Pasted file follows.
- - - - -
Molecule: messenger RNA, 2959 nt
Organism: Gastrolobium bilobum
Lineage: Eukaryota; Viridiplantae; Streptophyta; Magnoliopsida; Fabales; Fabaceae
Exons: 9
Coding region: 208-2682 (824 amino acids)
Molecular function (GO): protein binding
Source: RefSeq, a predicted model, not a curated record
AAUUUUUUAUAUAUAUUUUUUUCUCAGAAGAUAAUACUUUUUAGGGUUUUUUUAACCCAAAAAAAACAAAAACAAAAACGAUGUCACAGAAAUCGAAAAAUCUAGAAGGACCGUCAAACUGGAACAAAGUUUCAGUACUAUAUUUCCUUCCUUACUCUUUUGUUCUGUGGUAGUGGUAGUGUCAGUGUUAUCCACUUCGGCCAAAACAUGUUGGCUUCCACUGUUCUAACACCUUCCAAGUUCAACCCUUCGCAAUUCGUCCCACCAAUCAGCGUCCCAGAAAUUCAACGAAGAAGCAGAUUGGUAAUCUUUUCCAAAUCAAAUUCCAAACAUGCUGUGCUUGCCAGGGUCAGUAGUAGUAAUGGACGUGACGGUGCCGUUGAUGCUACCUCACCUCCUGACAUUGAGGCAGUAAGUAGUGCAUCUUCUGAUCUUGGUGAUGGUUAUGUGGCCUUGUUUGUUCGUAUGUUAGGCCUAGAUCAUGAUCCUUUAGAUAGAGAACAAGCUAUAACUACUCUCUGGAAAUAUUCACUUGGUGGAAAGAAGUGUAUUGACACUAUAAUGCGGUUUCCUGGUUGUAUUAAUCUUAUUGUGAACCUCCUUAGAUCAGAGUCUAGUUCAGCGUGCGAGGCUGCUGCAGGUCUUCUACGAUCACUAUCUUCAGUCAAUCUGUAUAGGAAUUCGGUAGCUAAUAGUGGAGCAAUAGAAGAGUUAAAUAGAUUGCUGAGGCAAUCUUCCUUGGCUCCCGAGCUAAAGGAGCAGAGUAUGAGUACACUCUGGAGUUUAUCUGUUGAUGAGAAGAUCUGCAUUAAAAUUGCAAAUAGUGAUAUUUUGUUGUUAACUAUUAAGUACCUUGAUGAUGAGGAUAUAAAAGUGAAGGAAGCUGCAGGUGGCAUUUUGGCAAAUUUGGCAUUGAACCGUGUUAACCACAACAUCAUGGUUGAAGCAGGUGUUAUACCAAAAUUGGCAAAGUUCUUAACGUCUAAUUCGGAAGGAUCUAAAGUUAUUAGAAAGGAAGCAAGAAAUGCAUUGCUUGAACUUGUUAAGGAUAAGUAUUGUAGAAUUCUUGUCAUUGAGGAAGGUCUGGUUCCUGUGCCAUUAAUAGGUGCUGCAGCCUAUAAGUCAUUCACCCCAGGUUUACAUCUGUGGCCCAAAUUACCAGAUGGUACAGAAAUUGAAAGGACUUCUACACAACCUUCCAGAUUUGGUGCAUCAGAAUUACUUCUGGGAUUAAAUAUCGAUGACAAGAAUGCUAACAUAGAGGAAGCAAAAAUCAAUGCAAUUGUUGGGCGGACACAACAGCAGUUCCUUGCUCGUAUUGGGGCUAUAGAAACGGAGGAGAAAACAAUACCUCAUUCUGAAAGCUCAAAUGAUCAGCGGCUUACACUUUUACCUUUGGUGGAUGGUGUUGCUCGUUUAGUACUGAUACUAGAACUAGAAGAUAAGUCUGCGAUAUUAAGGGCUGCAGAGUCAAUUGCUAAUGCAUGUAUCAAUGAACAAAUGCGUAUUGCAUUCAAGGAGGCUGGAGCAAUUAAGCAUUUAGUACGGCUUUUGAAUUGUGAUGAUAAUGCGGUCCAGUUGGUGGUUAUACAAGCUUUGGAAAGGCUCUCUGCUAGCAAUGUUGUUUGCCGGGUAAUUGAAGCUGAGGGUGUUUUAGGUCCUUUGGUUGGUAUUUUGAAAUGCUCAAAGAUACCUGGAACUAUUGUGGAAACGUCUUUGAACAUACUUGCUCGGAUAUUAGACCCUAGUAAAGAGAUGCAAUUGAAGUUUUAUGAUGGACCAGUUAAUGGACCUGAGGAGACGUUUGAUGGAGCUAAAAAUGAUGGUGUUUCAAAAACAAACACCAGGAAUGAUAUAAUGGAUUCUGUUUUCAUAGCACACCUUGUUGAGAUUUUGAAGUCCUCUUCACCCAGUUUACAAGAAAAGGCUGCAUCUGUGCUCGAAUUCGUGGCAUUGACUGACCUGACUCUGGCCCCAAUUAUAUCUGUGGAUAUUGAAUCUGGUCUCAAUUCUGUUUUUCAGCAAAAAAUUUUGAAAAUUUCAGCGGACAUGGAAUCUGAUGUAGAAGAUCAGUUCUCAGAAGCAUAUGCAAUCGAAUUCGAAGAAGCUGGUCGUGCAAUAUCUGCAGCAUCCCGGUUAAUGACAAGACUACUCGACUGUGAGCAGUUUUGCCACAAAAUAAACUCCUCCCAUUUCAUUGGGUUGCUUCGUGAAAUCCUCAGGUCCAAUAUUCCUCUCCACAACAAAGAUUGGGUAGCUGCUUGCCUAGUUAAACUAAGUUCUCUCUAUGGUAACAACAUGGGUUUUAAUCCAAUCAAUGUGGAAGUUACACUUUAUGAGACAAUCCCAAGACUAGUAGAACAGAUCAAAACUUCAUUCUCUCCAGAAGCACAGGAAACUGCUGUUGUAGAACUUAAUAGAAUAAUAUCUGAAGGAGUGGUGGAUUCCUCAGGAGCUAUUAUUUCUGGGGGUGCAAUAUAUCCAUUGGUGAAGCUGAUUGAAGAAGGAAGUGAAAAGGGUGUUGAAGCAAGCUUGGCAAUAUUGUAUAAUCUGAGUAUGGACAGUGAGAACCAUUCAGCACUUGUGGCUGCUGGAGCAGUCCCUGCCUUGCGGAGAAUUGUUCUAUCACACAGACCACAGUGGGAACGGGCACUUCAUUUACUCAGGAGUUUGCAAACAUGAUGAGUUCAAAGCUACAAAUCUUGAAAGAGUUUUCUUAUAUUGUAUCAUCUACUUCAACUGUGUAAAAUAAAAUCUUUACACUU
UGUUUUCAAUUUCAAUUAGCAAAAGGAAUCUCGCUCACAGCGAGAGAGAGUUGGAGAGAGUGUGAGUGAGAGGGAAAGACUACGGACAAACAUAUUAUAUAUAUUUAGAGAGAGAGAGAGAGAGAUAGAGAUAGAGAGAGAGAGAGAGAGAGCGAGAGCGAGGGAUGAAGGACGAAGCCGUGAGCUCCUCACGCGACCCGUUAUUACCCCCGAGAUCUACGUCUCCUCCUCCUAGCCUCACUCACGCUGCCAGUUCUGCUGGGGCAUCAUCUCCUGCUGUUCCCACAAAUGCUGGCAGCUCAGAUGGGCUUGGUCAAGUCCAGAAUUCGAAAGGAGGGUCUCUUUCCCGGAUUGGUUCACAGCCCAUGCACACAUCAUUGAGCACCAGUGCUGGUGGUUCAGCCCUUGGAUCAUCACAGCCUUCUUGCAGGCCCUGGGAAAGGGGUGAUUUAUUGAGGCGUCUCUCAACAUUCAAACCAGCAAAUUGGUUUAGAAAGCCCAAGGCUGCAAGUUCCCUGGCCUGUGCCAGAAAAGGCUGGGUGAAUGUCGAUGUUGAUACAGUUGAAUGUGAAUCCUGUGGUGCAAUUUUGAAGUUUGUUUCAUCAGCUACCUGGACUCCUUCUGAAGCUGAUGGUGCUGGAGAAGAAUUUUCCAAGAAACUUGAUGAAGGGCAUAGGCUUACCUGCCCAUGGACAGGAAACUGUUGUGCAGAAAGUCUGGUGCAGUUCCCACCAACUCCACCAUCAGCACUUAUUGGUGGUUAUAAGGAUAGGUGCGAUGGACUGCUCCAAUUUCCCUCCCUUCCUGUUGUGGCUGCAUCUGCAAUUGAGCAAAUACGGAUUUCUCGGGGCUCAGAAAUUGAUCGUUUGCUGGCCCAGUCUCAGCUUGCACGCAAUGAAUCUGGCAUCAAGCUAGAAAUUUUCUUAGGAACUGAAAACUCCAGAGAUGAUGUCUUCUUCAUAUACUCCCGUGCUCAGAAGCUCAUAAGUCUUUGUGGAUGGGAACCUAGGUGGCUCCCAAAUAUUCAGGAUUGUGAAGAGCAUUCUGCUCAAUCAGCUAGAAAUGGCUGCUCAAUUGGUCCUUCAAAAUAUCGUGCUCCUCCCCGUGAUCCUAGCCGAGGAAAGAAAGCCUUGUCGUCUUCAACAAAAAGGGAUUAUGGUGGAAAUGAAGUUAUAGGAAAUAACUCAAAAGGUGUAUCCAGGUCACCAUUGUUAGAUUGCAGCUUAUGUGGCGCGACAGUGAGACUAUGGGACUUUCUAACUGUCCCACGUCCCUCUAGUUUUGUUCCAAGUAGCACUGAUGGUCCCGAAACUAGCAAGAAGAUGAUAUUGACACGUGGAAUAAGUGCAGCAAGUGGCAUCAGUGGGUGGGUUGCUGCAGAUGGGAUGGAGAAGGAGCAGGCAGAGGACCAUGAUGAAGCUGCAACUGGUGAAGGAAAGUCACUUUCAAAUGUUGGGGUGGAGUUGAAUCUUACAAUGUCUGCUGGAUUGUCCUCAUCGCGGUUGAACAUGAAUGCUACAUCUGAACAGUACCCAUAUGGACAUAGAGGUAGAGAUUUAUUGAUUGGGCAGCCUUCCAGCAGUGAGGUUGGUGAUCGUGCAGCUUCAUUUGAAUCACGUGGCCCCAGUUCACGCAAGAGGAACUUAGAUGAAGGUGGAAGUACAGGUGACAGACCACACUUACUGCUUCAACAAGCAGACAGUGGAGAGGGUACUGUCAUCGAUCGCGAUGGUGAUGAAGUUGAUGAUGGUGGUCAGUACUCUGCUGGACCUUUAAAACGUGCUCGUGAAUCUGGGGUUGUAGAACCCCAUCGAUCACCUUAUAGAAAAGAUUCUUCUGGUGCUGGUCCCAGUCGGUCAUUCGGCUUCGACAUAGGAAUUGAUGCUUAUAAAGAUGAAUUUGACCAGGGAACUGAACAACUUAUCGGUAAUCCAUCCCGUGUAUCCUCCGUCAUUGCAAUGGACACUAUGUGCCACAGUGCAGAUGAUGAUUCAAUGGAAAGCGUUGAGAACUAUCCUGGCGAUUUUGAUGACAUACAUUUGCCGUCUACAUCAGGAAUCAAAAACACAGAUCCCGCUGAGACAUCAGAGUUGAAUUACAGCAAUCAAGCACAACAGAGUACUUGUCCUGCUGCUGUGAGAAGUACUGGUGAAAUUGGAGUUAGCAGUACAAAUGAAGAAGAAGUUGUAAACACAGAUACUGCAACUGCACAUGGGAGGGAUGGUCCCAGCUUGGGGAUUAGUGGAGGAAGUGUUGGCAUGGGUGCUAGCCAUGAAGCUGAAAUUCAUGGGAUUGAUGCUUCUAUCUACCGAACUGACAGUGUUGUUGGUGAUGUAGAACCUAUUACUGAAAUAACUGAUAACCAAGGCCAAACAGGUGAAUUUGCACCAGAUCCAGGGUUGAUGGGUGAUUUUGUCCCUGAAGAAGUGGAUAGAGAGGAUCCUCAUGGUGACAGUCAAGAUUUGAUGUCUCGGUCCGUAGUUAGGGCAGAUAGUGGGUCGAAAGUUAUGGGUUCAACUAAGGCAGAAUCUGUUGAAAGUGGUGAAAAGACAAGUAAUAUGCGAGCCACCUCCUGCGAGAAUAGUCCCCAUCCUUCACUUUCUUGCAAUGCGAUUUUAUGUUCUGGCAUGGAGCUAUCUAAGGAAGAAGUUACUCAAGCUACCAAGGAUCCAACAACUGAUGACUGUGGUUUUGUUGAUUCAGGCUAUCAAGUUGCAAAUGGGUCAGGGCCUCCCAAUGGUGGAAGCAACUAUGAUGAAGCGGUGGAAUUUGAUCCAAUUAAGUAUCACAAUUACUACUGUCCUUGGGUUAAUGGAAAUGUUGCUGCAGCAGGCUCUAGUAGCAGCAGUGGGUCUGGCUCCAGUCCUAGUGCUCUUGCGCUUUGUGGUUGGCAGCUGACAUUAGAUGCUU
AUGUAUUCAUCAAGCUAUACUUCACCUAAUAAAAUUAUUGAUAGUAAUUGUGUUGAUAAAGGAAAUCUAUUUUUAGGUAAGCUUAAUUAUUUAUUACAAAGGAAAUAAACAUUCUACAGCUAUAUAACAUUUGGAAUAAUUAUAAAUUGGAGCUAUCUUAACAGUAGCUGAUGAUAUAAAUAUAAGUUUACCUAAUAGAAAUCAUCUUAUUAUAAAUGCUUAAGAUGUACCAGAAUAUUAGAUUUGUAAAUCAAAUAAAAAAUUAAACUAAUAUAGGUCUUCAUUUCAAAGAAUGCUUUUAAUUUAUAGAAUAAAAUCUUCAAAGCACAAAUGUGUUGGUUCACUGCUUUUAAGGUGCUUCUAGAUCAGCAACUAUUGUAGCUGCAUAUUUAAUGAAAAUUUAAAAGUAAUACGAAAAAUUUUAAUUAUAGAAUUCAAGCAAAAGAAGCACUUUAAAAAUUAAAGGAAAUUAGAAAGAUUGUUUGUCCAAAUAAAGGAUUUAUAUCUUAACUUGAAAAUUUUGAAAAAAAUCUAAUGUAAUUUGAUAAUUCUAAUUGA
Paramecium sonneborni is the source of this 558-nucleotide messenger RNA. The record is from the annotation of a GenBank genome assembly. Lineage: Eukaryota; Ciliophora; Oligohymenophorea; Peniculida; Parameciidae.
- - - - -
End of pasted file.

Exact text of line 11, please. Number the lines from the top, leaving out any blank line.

Paramecium sonneborni is the source of this 558-nucleotide messenger RNA. The record is from the annotation of a GenBank genome assembly. Lineage: Eukaryota; Ciliophora; Oligohymenophorea; Peniculida; Parameciidae.